Using a value of $40,000 per QALY, the expected value of perfect information associated with this decision is $7.3 million. An analysis of the expected value of perfect information for individual parameters suggests that it may be worthwhile for future research to focus on providing better estimates of the mortality attributable to CR-BSI and the effectiveness of both SPC and CH/SSD (int/ext) catheters.

In the second evaluation of the catheter care bundle relative to A-CVCs, the results which do not consider uncertainty indicate that a bundle must achieve a relative risk of CR-BSI of at least 0.45 to be cost-effective relative to MR catheters. If the bundle can reduce rates of infection from 2.5% to effectively zero, it is cost-effective relative to MR catheters if national implementation costs are less than $2.6 million ($56,610 per ICU). If the bundle can achieve a relative risk of 0.34 (comparable to that reported in the literature) it is cost-effective, relative to MR catheters, if costs over an 18 month period are below $613,795 nationally ($13,343 per ICU).

Once uncertainty in the decision is considered, the cost threshold for the bundle increases to $2.2 million. Therefore, if each of the 46 Level III ICUs could implement an 18 month catheter care bundle for less than $47,826 each, this approach would be cost effective relative to A-CVCs. However, the uncertainty is substantial and the probability of error in concluding that the bundle is the cost-effective approach at a cost of $2.2 million is 89%.

Conclusions:

This work highlights that infection control to prevent CR-BSI is an efficient use of healthcare resources in the Australian context. If there is no further investment in infection control, an opportunity cost is incurred, which is the potential for a more efficient healthcare system. Minocycline/rifampicin catheters are the optimal choice of antimicrobial catheter for routine use in Australian Level III ICUs, however, if a catheter care bundle implemented in Australia was as effective as those used in the large studies in the United States it would be preferred over the catheters if it was able to be implemented for less than $47,826 per Level III ICU.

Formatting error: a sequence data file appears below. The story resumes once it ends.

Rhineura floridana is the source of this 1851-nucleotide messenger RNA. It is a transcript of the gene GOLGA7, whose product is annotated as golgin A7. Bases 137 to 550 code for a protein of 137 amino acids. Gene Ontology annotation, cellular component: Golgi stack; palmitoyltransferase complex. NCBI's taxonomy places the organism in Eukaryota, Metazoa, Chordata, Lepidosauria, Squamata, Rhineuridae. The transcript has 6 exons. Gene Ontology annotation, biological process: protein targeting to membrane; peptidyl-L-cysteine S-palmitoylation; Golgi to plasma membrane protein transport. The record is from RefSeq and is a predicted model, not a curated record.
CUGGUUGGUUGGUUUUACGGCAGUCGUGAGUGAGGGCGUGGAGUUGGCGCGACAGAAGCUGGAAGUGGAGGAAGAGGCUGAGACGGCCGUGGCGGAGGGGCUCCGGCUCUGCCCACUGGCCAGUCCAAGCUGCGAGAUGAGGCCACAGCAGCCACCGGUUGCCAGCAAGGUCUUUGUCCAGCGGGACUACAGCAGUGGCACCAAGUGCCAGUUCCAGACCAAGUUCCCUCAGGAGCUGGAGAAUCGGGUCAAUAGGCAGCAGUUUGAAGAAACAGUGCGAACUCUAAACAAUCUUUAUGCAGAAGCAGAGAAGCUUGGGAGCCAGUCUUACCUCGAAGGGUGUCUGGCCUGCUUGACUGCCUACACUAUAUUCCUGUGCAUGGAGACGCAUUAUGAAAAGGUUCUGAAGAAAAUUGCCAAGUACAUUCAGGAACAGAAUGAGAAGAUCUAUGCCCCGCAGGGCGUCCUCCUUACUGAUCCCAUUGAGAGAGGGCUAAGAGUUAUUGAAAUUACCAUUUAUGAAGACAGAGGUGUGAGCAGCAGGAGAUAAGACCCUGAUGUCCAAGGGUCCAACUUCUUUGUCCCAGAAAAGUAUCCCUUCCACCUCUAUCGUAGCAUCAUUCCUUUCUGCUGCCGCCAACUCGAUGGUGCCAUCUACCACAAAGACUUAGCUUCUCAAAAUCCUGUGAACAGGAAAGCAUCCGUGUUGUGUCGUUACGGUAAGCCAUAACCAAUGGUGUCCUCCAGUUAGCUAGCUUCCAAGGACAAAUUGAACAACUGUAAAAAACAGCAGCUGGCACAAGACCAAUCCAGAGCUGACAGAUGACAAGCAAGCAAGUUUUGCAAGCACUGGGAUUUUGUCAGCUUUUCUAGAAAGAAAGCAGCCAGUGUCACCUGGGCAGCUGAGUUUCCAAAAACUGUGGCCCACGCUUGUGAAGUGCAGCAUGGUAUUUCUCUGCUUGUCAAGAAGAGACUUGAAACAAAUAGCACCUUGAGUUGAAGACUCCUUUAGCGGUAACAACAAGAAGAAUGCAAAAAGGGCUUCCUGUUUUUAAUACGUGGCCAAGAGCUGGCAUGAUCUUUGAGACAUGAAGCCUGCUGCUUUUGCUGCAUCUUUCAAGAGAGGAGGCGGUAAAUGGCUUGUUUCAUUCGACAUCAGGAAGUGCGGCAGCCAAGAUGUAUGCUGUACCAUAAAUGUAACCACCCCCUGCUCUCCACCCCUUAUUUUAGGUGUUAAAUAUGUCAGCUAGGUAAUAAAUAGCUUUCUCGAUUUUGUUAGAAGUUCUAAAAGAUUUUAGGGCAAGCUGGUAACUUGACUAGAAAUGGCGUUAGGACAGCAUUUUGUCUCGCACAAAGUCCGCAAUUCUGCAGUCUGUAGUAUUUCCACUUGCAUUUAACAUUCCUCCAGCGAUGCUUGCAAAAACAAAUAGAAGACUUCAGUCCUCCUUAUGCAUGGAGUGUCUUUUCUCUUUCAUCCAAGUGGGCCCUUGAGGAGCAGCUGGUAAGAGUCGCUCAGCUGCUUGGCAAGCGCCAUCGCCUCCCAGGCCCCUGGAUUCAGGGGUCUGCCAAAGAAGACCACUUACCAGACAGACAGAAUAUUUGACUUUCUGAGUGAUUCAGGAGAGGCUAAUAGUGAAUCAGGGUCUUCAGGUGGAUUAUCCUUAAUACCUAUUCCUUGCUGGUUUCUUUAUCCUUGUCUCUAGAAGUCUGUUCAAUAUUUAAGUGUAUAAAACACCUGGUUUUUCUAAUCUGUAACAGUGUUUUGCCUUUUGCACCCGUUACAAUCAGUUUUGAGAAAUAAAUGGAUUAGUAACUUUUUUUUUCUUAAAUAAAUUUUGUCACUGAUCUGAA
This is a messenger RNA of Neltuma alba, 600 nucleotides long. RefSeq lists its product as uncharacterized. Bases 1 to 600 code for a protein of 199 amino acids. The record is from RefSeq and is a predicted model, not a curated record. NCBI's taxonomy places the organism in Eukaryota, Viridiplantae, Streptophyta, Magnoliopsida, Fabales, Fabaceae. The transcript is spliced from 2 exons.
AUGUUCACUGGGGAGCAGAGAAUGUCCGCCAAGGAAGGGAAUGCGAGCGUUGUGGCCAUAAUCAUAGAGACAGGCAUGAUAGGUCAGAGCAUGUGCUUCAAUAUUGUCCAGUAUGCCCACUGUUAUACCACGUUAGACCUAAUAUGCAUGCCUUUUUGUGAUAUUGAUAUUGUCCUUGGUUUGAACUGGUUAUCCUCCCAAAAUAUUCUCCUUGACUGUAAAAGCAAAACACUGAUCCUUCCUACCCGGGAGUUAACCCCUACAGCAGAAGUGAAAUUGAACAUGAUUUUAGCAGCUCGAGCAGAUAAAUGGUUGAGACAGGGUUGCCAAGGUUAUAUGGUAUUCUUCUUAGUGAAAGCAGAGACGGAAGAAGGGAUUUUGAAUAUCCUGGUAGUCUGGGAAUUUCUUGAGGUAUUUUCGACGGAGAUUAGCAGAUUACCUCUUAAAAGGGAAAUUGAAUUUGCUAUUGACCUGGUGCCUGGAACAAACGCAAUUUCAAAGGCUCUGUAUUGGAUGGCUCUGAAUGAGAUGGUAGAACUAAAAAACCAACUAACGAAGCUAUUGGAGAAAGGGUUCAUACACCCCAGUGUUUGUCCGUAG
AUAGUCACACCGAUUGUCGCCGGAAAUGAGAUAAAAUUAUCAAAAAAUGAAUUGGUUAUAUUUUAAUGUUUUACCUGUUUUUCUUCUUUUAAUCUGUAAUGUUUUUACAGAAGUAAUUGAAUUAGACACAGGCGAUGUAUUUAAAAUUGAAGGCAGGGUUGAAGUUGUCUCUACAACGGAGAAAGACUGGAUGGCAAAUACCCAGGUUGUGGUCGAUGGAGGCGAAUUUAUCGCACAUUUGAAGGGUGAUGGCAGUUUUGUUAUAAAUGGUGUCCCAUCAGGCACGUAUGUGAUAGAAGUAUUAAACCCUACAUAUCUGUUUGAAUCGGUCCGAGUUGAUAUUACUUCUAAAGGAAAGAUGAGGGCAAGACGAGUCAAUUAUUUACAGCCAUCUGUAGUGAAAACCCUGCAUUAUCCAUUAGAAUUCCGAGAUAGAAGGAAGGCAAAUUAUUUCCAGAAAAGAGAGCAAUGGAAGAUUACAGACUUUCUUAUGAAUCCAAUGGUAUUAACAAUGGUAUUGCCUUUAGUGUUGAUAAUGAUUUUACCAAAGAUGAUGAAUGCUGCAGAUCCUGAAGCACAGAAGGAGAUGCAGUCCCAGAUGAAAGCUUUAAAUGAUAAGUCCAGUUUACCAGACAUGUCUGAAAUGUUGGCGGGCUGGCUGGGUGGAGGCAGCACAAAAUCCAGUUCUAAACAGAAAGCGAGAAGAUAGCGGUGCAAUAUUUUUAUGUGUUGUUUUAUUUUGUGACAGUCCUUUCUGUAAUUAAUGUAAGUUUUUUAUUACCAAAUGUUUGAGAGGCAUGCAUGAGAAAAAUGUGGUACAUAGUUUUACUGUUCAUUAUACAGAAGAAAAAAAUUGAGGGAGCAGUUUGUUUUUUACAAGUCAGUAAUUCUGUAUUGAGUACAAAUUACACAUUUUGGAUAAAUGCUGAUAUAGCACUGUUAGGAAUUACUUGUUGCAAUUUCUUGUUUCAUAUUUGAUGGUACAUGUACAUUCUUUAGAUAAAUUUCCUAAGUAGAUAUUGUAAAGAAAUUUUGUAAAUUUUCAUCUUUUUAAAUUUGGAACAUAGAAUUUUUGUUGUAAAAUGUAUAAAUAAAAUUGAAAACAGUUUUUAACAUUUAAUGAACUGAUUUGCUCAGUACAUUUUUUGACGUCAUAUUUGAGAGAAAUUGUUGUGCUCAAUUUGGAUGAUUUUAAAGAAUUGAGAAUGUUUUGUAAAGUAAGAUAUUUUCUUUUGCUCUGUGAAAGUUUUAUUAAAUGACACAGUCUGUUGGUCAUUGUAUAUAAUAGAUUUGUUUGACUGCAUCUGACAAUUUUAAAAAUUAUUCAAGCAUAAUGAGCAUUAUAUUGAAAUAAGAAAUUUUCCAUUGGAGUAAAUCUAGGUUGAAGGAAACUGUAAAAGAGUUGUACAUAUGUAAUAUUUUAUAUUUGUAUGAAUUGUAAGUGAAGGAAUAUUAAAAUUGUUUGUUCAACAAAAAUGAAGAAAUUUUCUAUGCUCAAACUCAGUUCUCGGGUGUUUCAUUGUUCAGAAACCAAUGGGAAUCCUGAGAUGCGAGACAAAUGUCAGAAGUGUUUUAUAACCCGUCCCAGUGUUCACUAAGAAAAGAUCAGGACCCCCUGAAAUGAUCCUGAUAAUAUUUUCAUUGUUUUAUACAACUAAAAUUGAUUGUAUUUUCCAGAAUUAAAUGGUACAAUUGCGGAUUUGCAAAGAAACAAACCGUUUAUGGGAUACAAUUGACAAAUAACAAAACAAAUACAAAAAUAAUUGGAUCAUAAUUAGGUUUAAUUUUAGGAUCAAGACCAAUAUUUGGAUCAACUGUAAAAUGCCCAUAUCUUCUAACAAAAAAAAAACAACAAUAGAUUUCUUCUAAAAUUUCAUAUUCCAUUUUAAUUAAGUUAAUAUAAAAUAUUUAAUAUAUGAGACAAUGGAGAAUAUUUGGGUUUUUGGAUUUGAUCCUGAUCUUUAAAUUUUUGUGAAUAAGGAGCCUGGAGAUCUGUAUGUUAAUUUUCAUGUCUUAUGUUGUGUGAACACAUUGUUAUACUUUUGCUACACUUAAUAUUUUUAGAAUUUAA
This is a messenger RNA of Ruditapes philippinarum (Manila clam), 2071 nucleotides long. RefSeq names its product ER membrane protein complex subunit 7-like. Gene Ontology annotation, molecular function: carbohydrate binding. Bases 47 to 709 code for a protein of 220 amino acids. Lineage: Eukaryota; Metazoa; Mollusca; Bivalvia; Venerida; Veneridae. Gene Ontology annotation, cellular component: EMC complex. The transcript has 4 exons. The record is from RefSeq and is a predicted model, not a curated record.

Uncertainty is very high in this decision and arises from multiple sources. There are likely greater costs to this uncertainty for A-CVCs, which may carry hidden costs, than there are for a catheter care bundle, which is more likely to provide indirect benefits to clinical practice and patient safety. Research into the mortality attributable to CR-BSI, the effectiveness of SPC and CH/SSD (int/ext) catheters and the cost and effectiveness of a catheter care bundle in Australia should be prioritised to reduce uncertainty in this decision.

This thesis provides the economic evidence to inform one area of infection control, but there are many other infection control decisions for which information about the cost-effectiveness of competing interventions does not exist. This work highlights some of the challenges and benefits to generating and using economic evidence for infection control decision-making and provides support for commissioning more research into the cost-effectiveness of infection control.

Impact and interest:

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ID Code: 31145
Item Type: QUT Thesis (PhD)
Supervisor: Graves, Nicholas& Mengersen, Kerrie
Additional Information: Recipient of 2009 Outstanding Doctoral Thesis Award
Keywords: catheter-related bloodstream infection, nosocomial infection, healthcare associated infection, infection control, antimicrobial catheters, healthcare epidemiology, health economics, economic evaluation, cost-effectiveness, health technology assessment, decision-making, decision modelling, value of information, ODTA
Divisions: Current > QUT Faculties and Divisions > Faculty of Health
Current > Schools > School of Public Health & Social Work
Institution: Queensland University of Technology
Deposited On: 03 Mar 2010 15:47
Last Modified: 18 Jun 2013 11:42